On Friday, Senator Robert Menendez explained a third trip he took with a key Florida fundraiser. He said his failure to pay for the trip previously was an oversight. Jonathan Dienst reports.
Sen. Robert Menendez (D-NJ) said Friday that a trip he took on board a private plane with a key Florida fundraiser “fell through the cracks” and that his initial failure to have his campaign pay for the trip was just an oversight.
Menendez says his staff has completed a thorough review of his travel and pointed to filings he made last week showing that his campaign paid back $11,000 for a free one-way jet trip provided to him by Salamon Melgen, a Florida eye doctor and fundraiser.
It was the third jet trip provided by a fundraiser that he's had to reimburse.
When asked if there were any other unpaid private jet trips, the senator said,”I am confident that we have done a thorough review and that we have done what we needed to do.”
The senator's relationship with Melgen – and questions about the senator’s efforts to assist him in an $8 million dollar Medicare billing dispute and a separate port security deal -- is just one part of the ongoing criminal investigation. Both Melgen and Menendez have denied wrongdoing.
Another part of the criminal investigation involves the senator's relationship with two bankers from Ecuador. William and Roberto Isaias have been accused of embezzling over $100 million dollars as the Filanbanco bank they ran collapsed. The Isaias brothers deny wrongdoing but the government of Ecuador considers them convicted criminals.
The Isaias brothers have been living in Coral Gables, Fla., and Menendez wrote letters to top Homeland Security officials in support of the brother’s efforts to gain residency and stay in the U.S. Around the same time, Isaias family members donated $10,000 to the senator's 2012 campaign.
On Friday morning, Menendez visited a Newark garment factory in Newark, where many workers are immigrants from Ecuador. Some say their families lost money when the bank run by the Isaias brothers collapsed along with several other financial institutions. Worker Glady Ordanez said she generally supports Menendez, but thinks he is wrong to support the bankers.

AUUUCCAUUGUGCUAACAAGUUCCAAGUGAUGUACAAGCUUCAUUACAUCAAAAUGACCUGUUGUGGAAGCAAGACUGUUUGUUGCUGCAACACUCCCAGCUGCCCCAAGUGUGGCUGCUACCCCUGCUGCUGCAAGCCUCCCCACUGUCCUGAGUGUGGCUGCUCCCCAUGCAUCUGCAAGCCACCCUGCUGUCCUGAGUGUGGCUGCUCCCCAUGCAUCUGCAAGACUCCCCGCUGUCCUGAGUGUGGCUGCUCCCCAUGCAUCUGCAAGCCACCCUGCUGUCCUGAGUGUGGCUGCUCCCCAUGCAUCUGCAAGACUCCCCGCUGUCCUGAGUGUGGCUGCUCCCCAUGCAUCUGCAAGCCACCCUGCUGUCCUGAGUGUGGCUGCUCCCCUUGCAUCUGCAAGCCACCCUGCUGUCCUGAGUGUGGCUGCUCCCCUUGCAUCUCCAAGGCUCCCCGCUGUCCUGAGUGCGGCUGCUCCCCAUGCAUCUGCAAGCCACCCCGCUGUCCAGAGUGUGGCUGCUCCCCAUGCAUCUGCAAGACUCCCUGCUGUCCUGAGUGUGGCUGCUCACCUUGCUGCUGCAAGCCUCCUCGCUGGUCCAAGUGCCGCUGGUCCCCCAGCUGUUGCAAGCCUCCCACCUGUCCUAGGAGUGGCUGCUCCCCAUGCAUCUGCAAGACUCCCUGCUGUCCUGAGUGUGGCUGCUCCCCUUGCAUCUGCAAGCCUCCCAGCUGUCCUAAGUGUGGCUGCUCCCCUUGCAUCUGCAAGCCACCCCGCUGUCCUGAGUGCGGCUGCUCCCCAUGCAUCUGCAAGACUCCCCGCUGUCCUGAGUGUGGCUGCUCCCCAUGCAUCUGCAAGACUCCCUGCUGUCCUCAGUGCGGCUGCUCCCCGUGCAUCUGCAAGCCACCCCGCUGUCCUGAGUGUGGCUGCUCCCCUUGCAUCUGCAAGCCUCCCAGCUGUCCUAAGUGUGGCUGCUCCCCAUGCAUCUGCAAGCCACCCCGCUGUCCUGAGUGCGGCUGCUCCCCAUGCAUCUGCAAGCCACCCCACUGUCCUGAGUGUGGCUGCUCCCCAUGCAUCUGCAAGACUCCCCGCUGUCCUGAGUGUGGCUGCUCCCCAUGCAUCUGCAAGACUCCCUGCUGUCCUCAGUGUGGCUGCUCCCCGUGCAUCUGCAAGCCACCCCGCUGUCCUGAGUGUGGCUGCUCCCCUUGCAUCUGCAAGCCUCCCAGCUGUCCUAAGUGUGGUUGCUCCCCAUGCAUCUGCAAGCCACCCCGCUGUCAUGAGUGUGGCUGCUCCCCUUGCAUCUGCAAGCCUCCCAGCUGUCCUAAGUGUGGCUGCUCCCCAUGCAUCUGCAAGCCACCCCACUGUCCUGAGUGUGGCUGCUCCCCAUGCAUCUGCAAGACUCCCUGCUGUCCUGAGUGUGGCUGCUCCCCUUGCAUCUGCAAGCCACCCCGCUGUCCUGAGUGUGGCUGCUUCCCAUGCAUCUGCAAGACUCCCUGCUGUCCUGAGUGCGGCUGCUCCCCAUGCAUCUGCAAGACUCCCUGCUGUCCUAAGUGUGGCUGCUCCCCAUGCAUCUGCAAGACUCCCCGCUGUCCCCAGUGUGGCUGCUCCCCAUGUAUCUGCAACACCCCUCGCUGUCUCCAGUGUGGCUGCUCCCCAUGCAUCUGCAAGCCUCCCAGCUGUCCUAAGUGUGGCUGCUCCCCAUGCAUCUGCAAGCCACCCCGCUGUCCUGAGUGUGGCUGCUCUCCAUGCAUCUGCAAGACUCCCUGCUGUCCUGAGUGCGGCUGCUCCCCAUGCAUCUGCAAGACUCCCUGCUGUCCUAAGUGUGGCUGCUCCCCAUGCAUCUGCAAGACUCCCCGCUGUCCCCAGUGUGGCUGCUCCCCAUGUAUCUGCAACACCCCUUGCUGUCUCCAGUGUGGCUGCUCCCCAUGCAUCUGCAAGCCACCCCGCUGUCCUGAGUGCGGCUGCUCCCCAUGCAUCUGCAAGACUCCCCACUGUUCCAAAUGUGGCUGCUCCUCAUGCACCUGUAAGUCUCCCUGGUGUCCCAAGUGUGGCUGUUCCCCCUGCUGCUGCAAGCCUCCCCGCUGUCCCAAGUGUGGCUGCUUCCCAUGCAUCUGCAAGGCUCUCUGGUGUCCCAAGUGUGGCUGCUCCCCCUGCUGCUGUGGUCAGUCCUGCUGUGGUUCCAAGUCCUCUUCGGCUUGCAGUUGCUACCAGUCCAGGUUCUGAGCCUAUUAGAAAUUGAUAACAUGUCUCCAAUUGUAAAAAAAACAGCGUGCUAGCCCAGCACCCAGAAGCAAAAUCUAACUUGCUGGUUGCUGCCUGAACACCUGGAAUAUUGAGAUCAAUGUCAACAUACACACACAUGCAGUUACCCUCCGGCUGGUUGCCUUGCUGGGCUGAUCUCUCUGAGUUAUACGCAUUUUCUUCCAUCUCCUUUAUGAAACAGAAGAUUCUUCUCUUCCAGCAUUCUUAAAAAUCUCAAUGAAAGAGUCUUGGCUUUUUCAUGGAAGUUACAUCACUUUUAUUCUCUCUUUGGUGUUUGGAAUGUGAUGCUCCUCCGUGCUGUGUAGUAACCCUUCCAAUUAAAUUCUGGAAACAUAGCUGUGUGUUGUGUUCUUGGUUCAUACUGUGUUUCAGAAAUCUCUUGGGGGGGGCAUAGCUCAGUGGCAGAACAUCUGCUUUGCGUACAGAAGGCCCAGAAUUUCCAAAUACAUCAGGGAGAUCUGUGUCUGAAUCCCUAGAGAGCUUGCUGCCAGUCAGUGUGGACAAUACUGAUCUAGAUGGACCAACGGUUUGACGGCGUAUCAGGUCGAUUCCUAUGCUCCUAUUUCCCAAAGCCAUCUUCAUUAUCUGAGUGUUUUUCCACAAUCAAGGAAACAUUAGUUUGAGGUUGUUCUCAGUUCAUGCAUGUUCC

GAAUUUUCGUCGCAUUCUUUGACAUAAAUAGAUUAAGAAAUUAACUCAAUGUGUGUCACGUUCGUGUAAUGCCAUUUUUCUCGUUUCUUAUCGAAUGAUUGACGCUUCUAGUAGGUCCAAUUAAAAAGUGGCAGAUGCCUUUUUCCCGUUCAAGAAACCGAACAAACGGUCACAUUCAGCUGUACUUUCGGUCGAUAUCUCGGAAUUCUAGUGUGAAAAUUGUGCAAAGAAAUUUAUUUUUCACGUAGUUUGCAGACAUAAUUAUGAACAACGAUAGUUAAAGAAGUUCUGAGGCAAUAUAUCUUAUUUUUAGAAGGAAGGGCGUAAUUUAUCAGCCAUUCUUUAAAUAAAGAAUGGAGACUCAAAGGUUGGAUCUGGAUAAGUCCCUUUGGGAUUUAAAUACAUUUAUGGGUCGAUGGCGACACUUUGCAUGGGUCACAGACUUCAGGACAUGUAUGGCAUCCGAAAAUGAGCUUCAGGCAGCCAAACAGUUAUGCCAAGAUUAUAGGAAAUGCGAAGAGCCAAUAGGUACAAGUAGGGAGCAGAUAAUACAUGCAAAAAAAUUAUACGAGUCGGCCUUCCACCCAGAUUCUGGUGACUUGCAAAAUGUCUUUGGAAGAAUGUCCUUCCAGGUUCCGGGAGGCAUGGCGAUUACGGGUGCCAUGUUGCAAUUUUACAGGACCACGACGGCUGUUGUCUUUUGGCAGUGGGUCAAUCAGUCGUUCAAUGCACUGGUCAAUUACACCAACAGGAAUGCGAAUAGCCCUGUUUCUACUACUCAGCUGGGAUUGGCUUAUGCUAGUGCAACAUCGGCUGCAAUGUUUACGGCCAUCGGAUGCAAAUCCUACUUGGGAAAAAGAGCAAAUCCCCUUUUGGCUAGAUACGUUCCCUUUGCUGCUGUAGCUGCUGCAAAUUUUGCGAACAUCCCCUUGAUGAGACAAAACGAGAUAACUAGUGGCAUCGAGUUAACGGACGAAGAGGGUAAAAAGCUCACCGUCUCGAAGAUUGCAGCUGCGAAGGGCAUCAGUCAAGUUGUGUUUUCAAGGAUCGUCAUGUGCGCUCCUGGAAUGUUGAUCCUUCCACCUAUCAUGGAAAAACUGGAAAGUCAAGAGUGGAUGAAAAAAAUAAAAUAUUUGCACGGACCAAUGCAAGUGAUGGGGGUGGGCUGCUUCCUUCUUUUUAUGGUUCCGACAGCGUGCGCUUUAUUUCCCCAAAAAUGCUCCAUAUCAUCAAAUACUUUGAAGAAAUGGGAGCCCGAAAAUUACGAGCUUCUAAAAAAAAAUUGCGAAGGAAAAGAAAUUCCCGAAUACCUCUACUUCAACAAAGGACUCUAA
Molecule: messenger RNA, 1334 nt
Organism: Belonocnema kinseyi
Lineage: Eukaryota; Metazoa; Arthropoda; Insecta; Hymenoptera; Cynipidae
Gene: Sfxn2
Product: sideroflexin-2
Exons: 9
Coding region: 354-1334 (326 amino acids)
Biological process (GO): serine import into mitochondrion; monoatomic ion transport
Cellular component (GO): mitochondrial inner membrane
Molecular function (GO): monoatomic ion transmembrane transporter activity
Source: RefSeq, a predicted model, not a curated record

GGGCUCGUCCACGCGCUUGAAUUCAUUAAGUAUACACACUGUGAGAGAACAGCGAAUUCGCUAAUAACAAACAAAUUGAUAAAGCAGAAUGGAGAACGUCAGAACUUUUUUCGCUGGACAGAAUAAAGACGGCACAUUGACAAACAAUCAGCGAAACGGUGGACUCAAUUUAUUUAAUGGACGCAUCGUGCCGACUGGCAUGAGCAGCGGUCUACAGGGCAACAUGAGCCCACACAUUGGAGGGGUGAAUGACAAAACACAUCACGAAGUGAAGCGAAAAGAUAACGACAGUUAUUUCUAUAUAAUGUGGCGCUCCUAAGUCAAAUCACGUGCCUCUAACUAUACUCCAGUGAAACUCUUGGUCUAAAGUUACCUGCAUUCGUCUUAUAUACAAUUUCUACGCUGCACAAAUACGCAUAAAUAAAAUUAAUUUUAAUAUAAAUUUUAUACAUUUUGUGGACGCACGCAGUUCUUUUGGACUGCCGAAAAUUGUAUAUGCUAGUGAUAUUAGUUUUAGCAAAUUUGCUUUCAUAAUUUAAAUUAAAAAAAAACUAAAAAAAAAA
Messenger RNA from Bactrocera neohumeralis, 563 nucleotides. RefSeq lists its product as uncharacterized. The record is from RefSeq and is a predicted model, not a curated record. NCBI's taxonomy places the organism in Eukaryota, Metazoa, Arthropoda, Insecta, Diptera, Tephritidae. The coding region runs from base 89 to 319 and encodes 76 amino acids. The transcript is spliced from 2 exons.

“They hurt a lot of people in Ecuador. They should go back to Ecuador and jailed like the criminals they are,” Ordanez said of the Isaias brothers.
Another worker, Dora Catillo said: ”I think it's criminal. They should be jailed and return all the money they stole.”
The senator told NBC 4 New York he stands by his support of the Isaias family, saying they are being wrongly persecuted in their home country. He said at least a dozen other members of Congress agree with him.
He added, “You should ask the Bush and Obama administrations, if you think they are fugitives, why they allow them to stay here and why they don’t extradite them."
A lawyer for the Isaias family has said the brothers are innocent, have never stolen any money and run numerous successful businesses.
The government of Ecuador -- whose regime has been at odds with the U.S. in recent years -- issued a statement Friday: "We expect that the government of the United States, including members of Congress, would not support these convicted criminals, as we still hope to have them back in Ecuador to answer for their crimes."
The senator has not been charged with any crime and said for more than a year he has been the subject of a smear campaign.